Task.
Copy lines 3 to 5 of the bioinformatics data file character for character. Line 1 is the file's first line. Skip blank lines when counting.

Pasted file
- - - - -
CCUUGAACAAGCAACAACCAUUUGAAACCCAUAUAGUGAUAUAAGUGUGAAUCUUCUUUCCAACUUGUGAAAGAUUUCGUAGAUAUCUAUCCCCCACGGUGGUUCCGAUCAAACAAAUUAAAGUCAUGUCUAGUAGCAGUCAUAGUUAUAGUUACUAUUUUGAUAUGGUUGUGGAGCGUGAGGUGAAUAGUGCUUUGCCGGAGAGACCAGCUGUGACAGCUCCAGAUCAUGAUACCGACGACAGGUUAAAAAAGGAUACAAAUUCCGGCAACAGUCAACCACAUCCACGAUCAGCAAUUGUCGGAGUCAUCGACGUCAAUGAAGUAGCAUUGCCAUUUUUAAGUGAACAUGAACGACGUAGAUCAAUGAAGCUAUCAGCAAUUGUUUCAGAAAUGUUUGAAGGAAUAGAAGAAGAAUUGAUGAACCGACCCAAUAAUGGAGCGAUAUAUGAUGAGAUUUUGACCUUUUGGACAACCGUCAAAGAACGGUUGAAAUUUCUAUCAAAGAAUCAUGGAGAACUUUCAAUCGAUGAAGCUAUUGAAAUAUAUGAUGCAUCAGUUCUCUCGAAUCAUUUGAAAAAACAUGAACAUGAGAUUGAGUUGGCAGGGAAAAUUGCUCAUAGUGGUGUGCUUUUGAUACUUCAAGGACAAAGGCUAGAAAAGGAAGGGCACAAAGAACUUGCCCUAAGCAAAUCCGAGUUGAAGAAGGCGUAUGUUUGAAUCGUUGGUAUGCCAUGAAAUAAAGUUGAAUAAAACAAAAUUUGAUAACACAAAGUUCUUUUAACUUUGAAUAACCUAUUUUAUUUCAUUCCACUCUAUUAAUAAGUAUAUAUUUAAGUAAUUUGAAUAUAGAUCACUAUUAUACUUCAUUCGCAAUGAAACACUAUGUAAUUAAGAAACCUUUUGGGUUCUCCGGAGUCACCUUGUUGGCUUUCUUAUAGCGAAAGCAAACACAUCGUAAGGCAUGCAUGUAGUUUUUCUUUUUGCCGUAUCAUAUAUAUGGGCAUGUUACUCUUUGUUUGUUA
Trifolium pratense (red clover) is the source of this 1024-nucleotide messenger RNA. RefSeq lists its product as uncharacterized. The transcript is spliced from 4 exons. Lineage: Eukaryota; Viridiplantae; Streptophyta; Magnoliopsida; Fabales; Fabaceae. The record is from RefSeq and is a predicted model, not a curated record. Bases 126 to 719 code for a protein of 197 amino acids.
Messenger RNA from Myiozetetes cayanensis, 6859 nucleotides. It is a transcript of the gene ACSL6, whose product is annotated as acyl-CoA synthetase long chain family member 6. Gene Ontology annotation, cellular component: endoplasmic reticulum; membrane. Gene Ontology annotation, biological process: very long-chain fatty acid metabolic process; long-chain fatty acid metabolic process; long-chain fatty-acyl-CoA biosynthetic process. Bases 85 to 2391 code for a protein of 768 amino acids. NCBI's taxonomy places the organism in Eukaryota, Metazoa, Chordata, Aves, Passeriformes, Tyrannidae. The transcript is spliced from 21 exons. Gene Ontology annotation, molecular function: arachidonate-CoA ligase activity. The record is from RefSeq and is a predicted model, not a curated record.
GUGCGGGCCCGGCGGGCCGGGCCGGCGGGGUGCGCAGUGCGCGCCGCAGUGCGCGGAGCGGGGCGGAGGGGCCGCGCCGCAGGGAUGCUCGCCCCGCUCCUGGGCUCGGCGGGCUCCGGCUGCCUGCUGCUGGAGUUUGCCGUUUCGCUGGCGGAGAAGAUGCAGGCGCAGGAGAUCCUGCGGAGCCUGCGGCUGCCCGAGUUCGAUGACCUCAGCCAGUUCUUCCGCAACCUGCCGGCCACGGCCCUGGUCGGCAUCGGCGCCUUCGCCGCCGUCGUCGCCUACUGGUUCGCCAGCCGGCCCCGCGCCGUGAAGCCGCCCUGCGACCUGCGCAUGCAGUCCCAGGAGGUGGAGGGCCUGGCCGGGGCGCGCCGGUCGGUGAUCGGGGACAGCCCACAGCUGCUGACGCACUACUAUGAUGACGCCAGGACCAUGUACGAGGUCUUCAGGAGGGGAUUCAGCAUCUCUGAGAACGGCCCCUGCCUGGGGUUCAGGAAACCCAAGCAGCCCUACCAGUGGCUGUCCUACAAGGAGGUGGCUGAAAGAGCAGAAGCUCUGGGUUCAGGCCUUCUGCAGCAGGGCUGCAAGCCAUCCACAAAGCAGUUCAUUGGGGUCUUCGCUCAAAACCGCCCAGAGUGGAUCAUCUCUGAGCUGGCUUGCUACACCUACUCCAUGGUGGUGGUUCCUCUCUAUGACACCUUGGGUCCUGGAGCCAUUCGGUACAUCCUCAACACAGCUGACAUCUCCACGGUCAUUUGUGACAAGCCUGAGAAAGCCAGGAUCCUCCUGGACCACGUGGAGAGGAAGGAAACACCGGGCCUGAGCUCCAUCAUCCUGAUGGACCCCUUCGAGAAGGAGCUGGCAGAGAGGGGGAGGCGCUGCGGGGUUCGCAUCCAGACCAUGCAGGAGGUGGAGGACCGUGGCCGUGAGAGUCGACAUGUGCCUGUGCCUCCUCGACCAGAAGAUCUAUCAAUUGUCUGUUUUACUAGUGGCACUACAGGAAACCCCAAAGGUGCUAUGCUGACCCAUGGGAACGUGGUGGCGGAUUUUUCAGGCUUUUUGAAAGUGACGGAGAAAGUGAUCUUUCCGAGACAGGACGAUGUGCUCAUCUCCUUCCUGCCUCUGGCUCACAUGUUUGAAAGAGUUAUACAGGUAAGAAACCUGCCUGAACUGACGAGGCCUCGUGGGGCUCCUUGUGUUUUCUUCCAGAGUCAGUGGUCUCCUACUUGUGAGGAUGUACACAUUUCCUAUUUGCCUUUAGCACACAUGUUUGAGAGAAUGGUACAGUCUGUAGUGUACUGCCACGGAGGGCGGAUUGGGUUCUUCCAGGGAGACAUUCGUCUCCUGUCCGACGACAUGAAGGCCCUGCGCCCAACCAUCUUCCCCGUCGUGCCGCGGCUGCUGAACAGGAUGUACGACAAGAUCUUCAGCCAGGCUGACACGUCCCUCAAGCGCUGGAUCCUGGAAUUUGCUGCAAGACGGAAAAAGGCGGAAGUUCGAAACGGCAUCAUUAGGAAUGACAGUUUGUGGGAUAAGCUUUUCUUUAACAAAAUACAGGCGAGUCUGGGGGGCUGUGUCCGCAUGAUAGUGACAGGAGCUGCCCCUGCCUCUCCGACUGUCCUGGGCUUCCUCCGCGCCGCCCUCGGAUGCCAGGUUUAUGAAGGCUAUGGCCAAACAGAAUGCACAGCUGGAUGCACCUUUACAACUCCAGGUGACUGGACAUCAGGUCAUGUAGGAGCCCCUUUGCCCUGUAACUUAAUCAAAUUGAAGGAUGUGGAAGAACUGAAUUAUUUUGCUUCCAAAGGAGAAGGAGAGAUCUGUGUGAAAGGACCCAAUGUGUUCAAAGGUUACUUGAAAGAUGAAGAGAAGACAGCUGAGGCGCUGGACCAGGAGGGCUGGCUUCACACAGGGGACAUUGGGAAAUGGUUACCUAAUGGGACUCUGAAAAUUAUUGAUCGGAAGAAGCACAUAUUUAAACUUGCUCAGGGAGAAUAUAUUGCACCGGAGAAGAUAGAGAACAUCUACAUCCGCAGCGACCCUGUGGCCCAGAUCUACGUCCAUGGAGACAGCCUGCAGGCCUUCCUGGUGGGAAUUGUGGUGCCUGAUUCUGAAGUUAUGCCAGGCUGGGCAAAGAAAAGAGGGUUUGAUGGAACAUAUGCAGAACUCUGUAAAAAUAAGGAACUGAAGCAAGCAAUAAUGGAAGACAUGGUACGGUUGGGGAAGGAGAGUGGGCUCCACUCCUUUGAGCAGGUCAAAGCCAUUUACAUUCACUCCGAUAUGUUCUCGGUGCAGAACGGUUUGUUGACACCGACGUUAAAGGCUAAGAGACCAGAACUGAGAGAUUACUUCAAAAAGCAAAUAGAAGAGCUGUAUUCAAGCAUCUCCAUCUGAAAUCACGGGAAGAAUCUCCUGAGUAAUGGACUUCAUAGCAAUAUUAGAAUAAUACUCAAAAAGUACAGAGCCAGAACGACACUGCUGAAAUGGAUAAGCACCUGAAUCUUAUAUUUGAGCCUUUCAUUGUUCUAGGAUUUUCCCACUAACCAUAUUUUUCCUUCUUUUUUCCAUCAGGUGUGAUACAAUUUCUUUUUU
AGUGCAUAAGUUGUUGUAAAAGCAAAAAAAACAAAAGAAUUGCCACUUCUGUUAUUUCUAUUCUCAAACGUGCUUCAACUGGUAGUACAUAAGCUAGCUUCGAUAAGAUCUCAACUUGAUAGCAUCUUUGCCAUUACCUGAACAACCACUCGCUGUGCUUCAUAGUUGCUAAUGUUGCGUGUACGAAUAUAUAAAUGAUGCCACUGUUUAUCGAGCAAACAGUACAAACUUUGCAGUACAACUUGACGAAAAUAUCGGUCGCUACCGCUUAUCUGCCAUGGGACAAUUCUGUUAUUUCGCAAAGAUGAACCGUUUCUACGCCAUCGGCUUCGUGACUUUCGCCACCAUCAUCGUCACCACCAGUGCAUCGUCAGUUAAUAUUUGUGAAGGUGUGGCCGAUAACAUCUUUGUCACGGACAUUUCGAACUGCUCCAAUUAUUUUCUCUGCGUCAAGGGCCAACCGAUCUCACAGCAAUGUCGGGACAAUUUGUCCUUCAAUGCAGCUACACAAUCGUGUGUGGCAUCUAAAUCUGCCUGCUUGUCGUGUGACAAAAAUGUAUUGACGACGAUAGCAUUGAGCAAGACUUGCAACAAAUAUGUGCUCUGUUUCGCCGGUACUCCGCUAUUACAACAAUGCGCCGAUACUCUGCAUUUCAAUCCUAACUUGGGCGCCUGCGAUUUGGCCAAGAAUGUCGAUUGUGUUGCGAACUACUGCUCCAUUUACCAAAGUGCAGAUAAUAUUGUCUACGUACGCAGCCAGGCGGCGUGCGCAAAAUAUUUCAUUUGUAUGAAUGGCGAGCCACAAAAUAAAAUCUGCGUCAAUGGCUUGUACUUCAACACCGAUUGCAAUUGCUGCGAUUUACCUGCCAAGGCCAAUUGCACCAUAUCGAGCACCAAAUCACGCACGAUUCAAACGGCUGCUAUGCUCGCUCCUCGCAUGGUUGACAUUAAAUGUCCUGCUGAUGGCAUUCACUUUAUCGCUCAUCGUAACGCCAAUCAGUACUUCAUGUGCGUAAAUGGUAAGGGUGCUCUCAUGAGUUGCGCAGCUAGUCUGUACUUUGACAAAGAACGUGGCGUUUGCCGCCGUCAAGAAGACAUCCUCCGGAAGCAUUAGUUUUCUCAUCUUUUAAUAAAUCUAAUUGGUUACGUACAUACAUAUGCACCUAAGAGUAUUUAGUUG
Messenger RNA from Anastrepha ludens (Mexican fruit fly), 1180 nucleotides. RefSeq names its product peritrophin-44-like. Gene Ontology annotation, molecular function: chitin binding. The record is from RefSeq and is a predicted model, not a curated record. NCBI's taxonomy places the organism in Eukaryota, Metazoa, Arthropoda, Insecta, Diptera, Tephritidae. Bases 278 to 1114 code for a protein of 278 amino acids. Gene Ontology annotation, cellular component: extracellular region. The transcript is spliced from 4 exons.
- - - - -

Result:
Messenger RNA from Myiozetetes cayanensis, 6859 nucleotides. It is a transcript of the gene ACSL6, whose product is annotated as acyl-CoA synthetase long chain family member 6. Gene Ontology annotation, cellular component: endoplasmic reticulum; membrane. Gene Ontology annotation, biological process: very long-chain fatty acid metabolic process; long-chain fatty acid metabolic process; long-chain fatty-acyl-CoA biosynthetic process. Bases 85 to 2391 code for a protein of 768 amino acids. NCBI's taxonomy places the organism in Eukaryota, Metazoa, Chordata, Aves, Passeriformes, Tyrannidae. The transcript is spliced from 21 exons. Gene Ontology annotation, molecular function: arachidonate-CoA ligase activity. The record is from RefSeq and is a predicted model, not a curated record.
GUGCGGGCCCGGCGGGCCGGGCCGGCGGGGUGCGCAGUGCGCGCCGCAGUGCGCGGAGCGGGGCGGAGGGGCCGCGCCGCAGGGAUGCUCGCCCCGCUCCUGGGCUCGGCGGGCUCCGGCUGCCUGCUGCUGGAGUUUGCCGUUUCGCUGGCGGAGAAGAUGCAGGCGCAGGAGAUCCUGCGGAGCCUGCGGCUGCCCGAGUUCGAUGACCUCAGCCAGUUCUUCCGCAACCUGCCGGCCACGGCCCUGGUCGGCAUCGGCGCCUUCGCCGCCGUCGUCGCCUACUGGUUCGCCAGCCGGCCCCGCGCCGUGAAGCCGCCCUGCGACCUGCGCAUGCAGUCCCAGGAGGUGGAGGGCCUGGCCGGGGCGCGCCGGUCGGUGAUCGGGGACAGCCCACAGCUGCUGACGCACUACUAUGAUGACGCCAGGACCAUGUACGAGGUCUUCAGGAGGGGAUUCAGCAUCUCUGAGAACGGCCCCUGCCUGGGGUUCAGGAAACCCAAGCAGCCCUACCAGUGGCUGUCCUACAAGGAGGUGGCUGAAAGAGCAGAAGCUCUGGGUUCAGGCCUUCUGCAGCAGGGCUGCAAGCCAUCCACAAAGCAGUUCAUUGGGGUCUUCGCUCAAAACCGCCCAGAGUGGAUCAUCUCUGAGCUGGCUUGCUACACCUACUCCAUGGUGGUGGUUCCUCUCUAUGACACCUUGGGUCCUGGAGCCAUUCGGUACAUCCUCAACACAGCUGACAUCUCCACGGUCAUUUGUGACAAGCCUGAGAAAGCCAGGAUCCUCCUGGACCACGUGGAGAGGAAGGAAACACCGGGCCUGAGCUCCAUCAUCCUGAUGGACCCCUUCGAGAAGGAGCUGGCAGAGAGGGGGAGGCGCUGCGGGGUUCGCAUCCAGACCAUGCAGGAGGUGGAGGACCGUGGCCGUGAGAGUCGACAUGUGCCUGUGCCUCCUCGACCAGAAGAUCUAUCAAUUGUCUGUUUUACUAGUGGCACUACAGGAAACCCCAAAGGUGCUAUGCUGACCCAUGGGAACGUGGUGGCGGAUUUUUCAGGCUUUUUGAAAGUGACGGAGAAAGUGAUCUUUCCGAGACAGGACGAUGUGCUCAUCUCCUUCCUGCCUCUGGCUCACAUGUUUGAAAGAGUUAUACAGGUAAGAAACCUGCCUGAACUGACGAGGCCUCGUGGGGCUCCUUGUGUUUUCUUCCAGAGUCAGUGGUCUCCUACUUGUGAGGAUGUACACAUUUCCUAUUUGCCUUUAGCACACAUGUUUGAGAGAAUGGUACAGUCUGUAGUGUACUGCCACGGAGGGCGGAUUGGGUUCUUCCAGGGAGACAUUCGUCUCCUGUCCGACGACAUGAAGGCCCUGCGCCCAACCAUCUUCCCCGUCGUGCCGCGGCUGCUGAACAGGAUGUACGACAAGAUCUUCAGCCAGGCUGACACGUCCCUCAAGCGCUGGAUCCUGGAAUUUGCUGCAAGACGGAAAAAGGCGGAAGUUCGAAACGGCAUCAUUAGGAAUGACAGUUUGUGGGAUAAGCUUUUCUUUAACAAAAUACAGGCGAGUCUGGGGGGCUGUGUCCGCAUGAUAGUGACAGGAGCUGCCCCUGCCUCUCCGACUGUCCUGGGCUUCCUCCGCGCCGCCCUCGGAUGCCAGGUUUAUGAAGGCUAUGGCCAAACAGAAUGCACAGCUGGAUGCACCUUUACAACUCCAGGUGACUGGACAUCAGGUCAUGUAGGAGCCCCUUUGCCCUGUAACUUAAUCAAAUUGAAGGAUGUGGAAGAACUGAAUUAUUUUGCUUCCAAAGGAGAAGGAGAGAUCUGUGUGAAAGGACCCAAUGUGUUCAAAGGUUACUUGAAAGAUGAAGAGAAGACAGCUGAGGCGCUGGACCAGGAGGGCUGGCUUCACACAGGGGACAUUGGGAAAUGGUUACCUAAUGGGACUCUGAAAAUUAUUGAUCGGAAGAAGCACAUAUUUAAACUUGCUCAGGGAGAAUAUAUUGCACCGGAGAAGAUAGAGAACAUCUACAUCCGCAGCGACCCUGUGGCCCAGAUCUACGUCCAUGGAGACAGCCUGCAGGCCUUCCUGGUGGGAAUUGUGGUGCCUGAUUCUGAAGUUAUGCCAGGCUGGGCAAAGAAAAGAGGGUUUGAUGGAACAUAUGCAGAACUCUGUAAAAAUAAGGAACUGAAGCAAGCAAUAAUGGAAGACAUGGUACGGUUGGGGAAGGAGAGUGGGCUCCACUCCUUUGAGCAGGUCAAAGCCAUUUACAUUCACUCCGAUAUGUUCUCGGUGCAGAACGGUUUGUUGACACCGACGUUAAAGGCUAAGAGACCAGAACUGAGAGAUUACUUCAAAAAGCAAAUAGAAGAGCUGUAUUCAAGCAUCUCCAUCUGAAAUCACGGGAAGAAUCUCCUGAGUAAUGGACUUCAUAGCAAUAUUAGAAUAAUACUCAAAAAGUACAGAGCCAGAACGACACUGCUGAAAUGGAUAAGCACCUGAAUCUUAUAUUUGAGCCUUUCAUUGUUCUAGGAUUUUCCCACUAACCAUAUUUUUCCUUCUUUUUUCCAUCAGGUGUGAUACAAUUUCUUUUUU
AGUGCAUAAGUUGUUGUAAAAGCAAAAAAAACAAAAGAAUUGCCACUUCUGUUAUUUCUAUUCUCAAACGUGCUUCAACUGGUAGUACAUAAGCUAGCUUCGAUAAGAUCUCAACUUGAUAGCAUCUUUGCCAUUACCUGAACAACCACUCGCUGUGCUUCAUAGUUGCUAAUGUUGCGUGUACGAAUAUAUAAAUGAUGCCACUGUUUAUCGAGCAAACAGUACAAACUUUGCAGUACAACUUGACGAAAAUAUCGGUCGCUACCGCUUAUCUGCCAUGGGACAAUUCUGUUAUUUCGCAAAGAUGAACCGUUUCUACGCCAUCGGCUUCGUGACUUUCGCCACCAUCAUCGUCACCACCAGUGCAUCGUCAGUUAAUAUUUGUGAAGGUGUGGCCGAUAACAUCUUUGUCACGGACAUUUCGAACUGCUCCAAUUAUUUUCUCUGCGUCAAGGGCCAACCGAUCUCACAGCAAUGUCGGGACAAUUUGUCCUUCAAUGCAGCUACACAAUCGUGUGUGGCAUCUAAAUCUGCCUGCUUGUCGUGUGACAAAAAUGUAUUGACGACGAUAGCAUUGAGCAAGACUUGCAACAAAUAUGUGCUCUGUUUCGCCGGUACUCCGCUAUUACAACAAUGCGCCGAUACUCUGCAUUUCAAUCCUAACUUGGGCGCCUGCGAUUUGGCCAAGAAUGUCGAUUGUGUUGCGAACUACUGCUCCAUUUACCAAAGUGCAGAUAAUAUUGUCUACGUACGCAGCCAGGCGGCGUGCGCAAAAUAUUUCAUUUGUAUGAAUGGCGAGCCACAAAAUAAAAUCUGCGUCAAUGGCUUGUACUUCAACACCGAUUGCAAUUGCUGCGAUUUACCUGCCAAGGCCAAUUGCACCAUAUCGAGCACCAAAUCACGCACGAUUCAAACGGCUGCUAUGCUCGCUCCUCGCAUGGUUGACAUUAAAUGUCCUGCUGAUGGCAUUCACUUUAUCGCUCAUCGUAACGCCAAUCAGUACUUCAUGUGCGUAAAUGGUAAGGGUGCUCUCAUGAGUUGCGCAGCUAGUCUGUACUUUGACAAAGAACGUGGCGUUUGCCGCCGUCAAGAAGACAUCCUCCGGAAGCAUUAGUUUUCUCAUCUUUUAAUAAAUCUAAUUGGUUACGUACAUACAUAUGCACCUAAGAGUAUUUAGUUG